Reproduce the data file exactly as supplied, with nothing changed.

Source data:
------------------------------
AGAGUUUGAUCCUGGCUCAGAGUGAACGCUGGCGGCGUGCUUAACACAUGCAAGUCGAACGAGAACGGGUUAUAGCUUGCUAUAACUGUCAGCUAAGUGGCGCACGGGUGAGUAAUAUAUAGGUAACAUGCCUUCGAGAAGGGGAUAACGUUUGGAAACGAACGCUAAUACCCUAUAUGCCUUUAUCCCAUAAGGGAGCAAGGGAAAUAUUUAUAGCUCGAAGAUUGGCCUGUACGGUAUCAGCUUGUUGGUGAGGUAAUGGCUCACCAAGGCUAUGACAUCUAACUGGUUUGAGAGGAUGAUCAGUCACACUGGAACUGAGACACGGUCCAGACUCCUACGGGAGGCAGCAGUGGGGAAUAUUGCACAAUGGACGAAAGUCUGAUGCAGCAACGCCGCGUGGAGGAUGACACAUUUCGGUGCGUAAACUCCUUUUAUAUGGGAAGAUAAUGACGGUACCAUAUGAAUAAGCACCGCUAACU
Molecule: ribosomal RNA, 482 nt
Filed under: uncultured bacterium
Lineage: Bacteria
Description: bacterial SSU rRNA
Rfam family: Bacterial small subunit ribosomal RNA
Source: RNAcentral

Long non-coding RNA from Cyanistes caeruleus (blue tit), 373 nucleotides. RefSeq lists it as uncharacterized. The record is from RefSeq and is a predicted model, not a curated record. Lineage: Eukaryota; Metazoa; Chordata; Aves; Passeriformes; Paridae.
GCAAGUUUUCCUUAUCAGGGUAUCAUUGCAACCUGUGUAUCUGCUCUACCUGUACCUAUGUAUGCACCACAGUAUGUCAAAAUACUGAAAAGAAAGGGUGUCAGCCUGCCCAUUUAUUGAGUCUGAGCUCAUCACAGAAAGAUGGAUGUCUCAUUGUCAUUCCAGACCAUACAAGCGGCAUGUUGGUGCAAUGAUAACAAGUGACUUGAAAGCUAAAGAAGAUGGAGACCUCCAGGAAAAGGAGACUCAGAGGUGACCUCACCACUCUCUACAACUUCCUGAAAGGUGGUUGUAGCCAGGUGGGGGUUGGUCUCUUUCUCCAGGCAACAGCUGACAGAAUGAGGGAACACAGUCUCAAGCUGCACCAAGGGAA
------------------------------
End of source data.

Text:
AGAGUUUGAUCCUGGCUCAGAGUGAACGCUGGCGGCGUGCUUAACACAUGCAAGUCGAACGAGAACGGGUUAUAGCUUGCUAUAACUGUCAGCUAAGUGGCGCACGGGUGAGUAAUAUAUAGGUAACAUGCCUUCGAGAAGGGGAUAACGUUUGGAAACGAACGCUAAUACCCUAUAUGCCUUUAUCCCAUAAGGGAGCAAGGGAAAUAUUUAUAGCUCGAAGAUUGGCCUGUACGGUAUCAGCUUGUUGGUGAGGUAAUGGCUCACCAAGGCUAUGACAUCUAACUGGUUUGAGAGGAUGAUCAGUCACACUGGAACUGAGACACGGUCCAGACUCCUACGGGAGGCAGCAGUGGGGAAUAUUGCACAAUGGACGAAAGUCUGAUGCAGCAACGCCGCGUGGAGGAUGACACAUUUCGGUGCGUAAACUCCUUUUAUAUGGGAAGAUAAUGACGGUACCAUAUGAAUAAGCACCGCUAACU
Molecule: ribosomal RNA, 482 nt
Filed under: uncultured bacterium
Lineage: Bacteria
Description: bacterial SSU rRNA
Rfam family: Bacterial small subunit ribosomal RNA
Source: RNAcentral

Long non-coding RNA from Cyanistes caeruleus (blue tit), 373 nucleotides. RefSeq lists it as uncharacterized. The record is from RefSeq and is a predicted model, not a curated record. Lineage: Eukaryota; Metazoa; Chordata; Aves; Passeriformes; Paridae.
GCAAGUUUUCCUUAUCAGGGUAUCAUUGCAACCUGUGUAUCUGCUCUACCUGUACCUAUGUAUGCACCACAGUAUGUCAAAAUACUGAAAAGAAAGGGUGUCAGCCUGCCCAUUUAUUGAGUCUGAGCUCAUCACAGAAAGAUGGAUGUCUCAUUGUCAUUCCAGACCAUACAAGCGGCAUGUUGGUGCAAUGAUAACAAGUGACUUGAAAGCUAAAGAAGAUGGAGACCUCCAGGAAAAGGAGACUCAGAGGUGACCUCACCACUCUCUACAACUUCCUGAAAGGUGGUUGUAGCCAGGUGGGGGUUGGUCUCUUUCUCCAGGCAACAGCUGACAGAAUGAGGGAACACAGUCUCAAGCUGCACCAAGGGAA